[00:24:36] And like now with all of my teachers, like, I'm very forthright with them. Please. Don't worry about the fact that I may be teaching at the same time as you, like, I still want you to teach however you want to be teaching. And we have teachers in here who have training backgrounds from different schools. Like all of our Pilates teachers have different backgrounds. And I'm like, if you think that that exercise is the best for that person in front of you, and you're going to teach it in that [00:25:00] way. Great. Like if you can tell me why you want to teach it in that way more than just, I should, like that's perfect. 

[00:25:07] And that's really what I've been trying to create and drive like at our studio is just let's step aside, like all this like rules that actually have nothing more than just aesthetics in mind and move more into like the critical thinking side. And that's where this research side of me has like really just jived back up because I'm like, okay. Yeah, this is why I, once upon a time, wanted to be a researcher. Critical thinking is fun and critical thinking on problems that you don't already know the answer to is really fun. 

[00:25:39] Olivia: I think critical thinking is your super power. And I'm glad you found a way to incorporate it because as you're telling this story, I was like, oh no, where's Bre the teacher because it's like Bre being Balanced Body. And then it's Bre being, you know, Polestar, being whatever. Um, so I'm glad that that you found your niche that is [00:26:00] entirely you.

[00:26:07] Hi there. I hope you're enjoying today's chapter so far. There's great stuff coming up after the break, too. Be sure to subscribe wherever you're listening and visit buymeacoffee.com/OliviaPodcasts to support the show. There you can make a one-time donation or become a member for as little as $5 a month.

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[00:27:04] You didn't stop there, you amazing human. How did gyro get into the mix? Because I just saw on Instagram that you're doing like gyro teacher training modules as well. So like, that's a thing. Tell me about this adventure. 

[00:27:18] Bre: I'm just a host site for those, so yeah. Yeah. It's just come use the space. 

[00:27:23] Olivia: Well, I will take that out in the post.

[00:27:25] Bre: I'm not- Yeah, GYROTONIC®, to become a master trainer in the world of GYROTONIC® is like this full process I have no, I have no interest in. Which is cool for those who want to do it. For me, like we just discussed critical thinking is totally where my brain is. Teaching a new teacher the choreography is not my jam and it's also not what I'm good at. Like knowing counts of five for this and counts of three for that and counts of four, not my jam. I am not the teacher who's going to make a playlist and [00:28:00] have everything choreographied for you, but that's okay. I'm not working for Peloton. I totally could. But yeah.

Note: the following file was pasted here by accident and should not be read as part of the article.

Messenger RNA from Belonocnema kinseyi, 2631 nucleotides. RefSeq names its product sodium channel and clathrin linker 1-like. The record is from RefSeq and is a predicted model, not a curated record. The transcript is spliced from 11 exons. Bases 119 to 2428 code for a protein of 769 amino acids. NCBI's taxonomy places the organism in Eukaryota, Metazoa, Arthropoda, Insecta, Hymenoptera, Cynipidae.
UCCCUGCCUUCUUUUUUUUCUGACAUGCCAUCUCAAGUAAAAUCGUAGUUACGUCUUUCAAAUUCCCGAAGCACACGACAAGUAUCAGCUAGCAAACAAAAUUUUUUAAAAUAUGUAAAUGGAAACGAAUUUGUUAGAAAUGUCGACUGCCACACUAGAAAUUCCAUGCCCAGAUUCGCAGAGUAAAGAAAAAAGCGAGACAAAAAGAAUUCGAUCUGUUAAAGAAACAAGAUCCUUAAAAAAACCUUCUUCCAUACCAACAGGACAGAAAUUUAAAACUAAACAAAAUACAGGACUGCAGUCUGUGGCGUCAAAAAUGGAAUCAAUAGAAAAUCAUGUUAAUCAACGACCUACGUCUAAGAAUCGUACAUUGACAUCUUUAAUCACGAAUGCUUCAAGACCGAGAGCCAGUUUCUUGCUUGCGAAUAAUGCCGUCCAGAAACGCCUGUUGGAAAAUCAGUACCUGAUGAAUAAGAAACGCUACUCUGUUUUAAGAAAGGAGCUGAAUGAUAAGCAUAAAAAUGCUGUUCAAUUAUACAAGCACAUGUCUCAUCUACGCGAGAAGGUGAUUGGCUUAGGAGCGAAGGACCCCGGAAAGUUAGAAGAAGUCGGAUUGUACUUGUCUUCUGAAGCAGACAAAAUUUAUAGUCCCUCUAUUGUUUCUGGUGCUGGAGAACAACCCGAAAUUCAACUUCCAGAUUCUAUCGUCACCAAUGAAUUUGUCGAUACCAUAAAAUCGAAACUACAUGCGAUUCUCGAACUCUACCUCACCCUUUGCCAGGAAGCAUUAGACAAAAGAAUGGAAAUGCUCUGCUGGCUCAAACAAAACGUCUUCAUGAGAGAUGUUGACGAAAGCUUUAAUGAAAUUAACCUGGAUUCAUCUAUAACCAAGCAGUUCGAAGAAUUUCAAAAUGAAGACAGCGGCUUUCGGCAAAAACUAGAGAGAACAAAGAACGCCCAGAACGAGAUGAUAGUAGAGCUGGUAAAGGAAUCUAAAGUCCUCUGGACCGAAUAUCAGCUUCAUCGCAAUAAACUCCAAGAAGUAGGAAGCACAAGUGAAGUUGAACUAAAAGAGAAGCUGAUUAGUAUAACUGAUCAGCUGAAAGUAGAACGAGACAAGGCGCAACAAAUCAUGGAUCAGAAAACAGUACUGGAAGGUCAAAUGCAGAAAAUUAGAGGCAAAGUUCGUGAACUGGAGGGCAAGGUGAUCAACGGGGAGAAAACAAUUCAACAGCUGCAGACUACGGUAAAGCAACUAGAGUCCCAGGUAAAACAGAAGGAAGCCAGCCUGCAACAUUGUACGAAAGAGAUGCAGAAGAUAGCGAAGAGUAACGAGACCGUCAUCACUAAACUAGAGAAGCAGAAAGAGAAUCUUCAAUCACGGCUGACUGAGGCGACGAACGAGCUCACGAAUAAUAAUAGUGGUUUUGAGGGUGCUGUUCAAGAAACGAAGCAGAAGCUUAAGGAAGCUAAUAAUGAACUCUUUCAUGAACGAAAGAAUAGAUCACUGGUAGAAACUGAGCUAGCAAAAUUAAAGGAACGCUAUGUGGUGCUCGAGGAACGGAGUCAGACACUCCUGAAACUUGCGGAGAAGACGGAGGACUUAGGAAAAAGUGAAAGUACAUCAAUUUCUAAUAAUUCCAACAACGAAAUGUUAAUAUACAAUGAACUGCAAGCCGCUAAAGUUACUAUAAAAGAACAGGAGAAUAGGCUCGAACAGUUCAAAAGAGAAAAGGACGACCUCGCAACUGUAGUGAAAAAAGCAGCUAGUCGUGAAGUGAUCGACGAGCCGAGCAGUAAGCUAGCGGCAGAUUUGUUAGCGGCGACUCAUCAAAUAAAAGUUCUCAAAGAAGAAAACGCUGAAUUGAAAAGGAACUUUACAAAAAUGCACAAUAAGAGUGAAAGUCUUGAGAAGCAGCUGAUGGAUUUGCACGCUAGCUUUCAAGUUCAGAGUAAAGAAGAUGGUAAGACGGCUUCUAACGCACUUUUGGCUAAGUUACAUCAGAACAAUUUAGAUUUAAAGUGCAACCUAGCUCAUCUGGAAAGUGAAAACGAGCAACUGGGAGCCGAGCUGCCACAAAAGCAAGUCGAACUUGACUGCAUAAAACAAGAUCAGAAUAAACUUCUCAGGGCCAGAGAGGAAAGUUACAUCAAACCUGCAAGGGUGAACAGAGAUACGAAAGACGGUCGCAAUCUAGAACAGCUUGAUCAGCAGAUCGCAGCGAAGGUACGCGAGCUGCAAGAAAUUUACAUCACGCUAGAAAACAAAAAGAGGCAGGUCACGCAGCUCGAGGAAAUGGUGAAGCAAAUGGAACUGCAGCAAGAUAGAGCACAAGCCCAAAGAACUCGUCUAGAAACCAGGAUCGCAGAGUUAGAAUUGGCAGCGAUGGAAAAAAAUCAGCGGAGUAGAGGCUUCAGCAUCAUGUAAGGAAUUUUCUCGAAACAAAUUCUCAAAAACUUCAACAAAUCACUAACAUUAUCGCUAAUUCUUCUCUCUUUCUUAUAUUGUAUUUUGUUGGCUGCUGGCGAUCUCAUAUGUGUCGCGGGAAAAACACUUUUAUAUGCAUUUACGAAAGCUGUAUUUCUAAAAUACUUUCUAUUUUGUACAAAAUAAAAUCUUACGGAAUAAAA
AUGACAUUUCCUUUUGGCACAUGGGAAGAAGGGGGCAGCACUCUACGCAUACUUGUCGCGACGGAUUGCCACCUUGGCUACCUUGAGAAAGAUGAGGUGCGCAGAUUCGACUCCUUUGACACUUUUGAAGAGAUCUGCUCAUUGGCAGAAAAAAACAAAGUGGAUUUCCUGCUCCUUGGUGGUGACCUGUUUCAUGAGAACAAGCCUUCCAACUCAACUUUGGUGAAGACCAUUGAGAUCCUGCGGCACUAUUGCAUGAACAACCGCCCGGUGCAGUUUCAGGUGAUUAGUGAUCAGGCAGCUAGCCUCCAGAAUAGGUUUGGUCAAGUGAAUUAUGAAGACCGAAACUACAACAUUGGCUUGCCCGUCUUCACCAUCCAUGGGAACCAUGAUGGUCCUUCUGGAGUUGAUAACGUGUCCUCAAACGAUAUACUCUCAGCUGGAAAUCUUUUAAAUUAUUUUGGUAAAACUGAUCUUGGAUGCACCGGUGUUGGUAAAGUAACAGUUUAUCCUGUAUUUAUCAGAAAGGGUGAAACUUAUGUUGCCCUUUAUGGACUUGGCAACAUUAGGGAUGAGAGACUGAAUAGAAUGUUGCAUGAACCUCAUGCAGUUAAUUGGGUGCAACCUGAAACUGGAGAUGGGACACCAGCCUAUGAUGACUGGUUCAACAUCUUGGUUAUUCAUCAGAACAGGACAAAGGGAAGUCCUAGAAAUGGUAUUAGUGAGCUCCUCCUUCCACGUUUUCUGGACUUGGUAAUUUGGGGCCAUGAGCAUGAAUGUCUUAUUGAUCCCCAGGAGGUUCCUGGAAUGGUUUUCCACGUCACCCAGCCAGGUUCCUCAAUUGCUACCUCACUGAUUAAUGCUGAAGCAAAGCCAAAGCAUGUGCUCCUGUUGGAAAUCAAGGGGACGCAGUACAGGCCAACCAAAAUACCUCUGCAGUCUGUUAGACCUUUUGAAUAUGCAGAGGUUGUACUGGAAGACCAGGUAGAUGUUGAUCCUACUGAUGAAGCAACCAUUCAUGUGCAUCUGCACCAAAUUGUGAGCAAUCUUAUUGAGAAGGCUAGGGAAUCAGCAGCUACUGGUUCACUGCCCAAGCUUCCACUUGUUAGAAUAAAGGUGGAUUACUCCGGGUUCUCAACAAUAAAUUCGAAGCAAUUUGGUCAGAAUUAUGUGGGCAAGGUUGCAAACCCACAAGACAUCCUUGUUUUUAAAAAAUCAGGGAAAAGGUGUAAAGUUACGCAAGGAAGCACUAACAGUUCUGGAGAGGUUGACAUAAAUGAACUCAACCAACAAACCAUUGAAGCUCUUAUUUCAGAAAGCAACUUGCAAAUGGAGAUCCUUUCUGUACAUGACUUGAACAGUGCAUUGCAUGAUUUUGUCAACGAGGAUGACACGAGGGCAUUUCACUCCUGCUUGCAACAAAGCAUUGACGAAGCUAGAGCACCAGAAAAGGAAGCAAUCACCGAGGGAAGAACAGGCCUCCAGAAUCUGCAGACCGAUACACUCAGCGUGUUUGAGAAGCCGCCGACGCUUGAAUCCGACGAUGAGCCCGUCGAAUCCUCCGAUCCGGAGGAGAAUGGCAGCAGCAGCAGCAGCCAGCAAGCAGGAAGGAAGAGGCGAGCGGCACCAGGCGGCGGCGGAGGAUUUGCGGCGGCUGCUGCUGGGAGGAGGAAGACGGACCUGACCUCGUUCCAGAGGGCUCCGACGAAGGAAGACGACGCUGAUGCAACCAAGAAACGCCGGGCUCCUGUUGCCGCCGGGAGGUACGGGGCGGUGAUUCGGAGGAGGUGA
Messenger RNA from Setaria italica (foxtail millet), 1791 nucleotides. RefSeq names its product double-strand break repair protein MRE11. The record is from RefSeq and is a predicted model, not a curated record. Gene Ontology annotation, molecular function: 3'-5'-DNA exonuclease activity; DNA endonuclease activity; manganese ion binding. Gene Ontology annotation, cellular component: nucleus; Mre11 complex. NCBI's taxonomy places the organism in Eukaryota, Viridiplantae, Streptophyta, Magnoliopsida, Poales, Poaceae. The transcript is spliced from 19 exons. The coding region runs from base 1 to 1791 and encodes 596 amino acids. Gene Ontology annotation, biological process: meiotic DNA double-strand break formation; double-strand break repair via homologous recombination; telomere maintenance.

[00:28:09] So to, to answer that, GYROTONIC® for me was- I had, so I had Pilates first and Pilates was really great for me with my injuries because the Pilates is really no offense, more basic. It's a little bit more move this one part of your body now and that you're done moving that part, now let's move this part. Now let's maybe put these two parts together. Now let's maybe put three parts together. Like it has a little bit more of that building block component to it specifically the way that I was taught to teach it, which was really, really, really important for me with my injuries. 

[00:28:45] GYROTONIC® for me then came out of the fact that about four years into teaching Pilates, four or five years, I'd have to look it back up, but about four or five years into teaching Pilates, my shoulder stuff, all my shoulder injuries- So I dislocated both shoulders. I [00:29:00] tore some muscles in my neck and then I, you know, had the TBIs and stuff, but. All of my shoulder, cervical injuries, they were still an issue for me at about three to five years after my accident. So they were manageable in a way that I was able to travel, run again. They're manageable in a way that I was able to start climbing again. They're manageable in a way that I was able to start like skiing and ski training again. But they were still a problem. 

[00:29:26] Like if I was really being honest, they were still a problem that I would get sidelined about once a month and my cervical spine would lock up or my shoulders would get so painful that I would have to kind of stop what I was doing for a while. And I was like, okay, I really love this Pilates thing. And it's helped me a lot, but clearly it hasn't helped me in that. And I kind of just got honest about it. And I kinda got honest about the fact that at end range, like with arm overhead, for example, pushing against the spring, didn't feel good. Like my AC joints couldn't handle that motion with that kind of load because of spring increases with load when you get up here. Right. [00:30:00] And I kinda got really, really honest about that. 

[00:30:02] And the exercise science part of me was like that doesn't make sense. If I were to go in a gym and use a pulley cable machine, that way it's not going to be any heavier at my end range. And then I can actually take it through the full range and I can stay out of pain. So I was like, okay, that's problematic. Like I'm a teacher now. And I don't like my equipment as much as I probably should for how much I paid for them.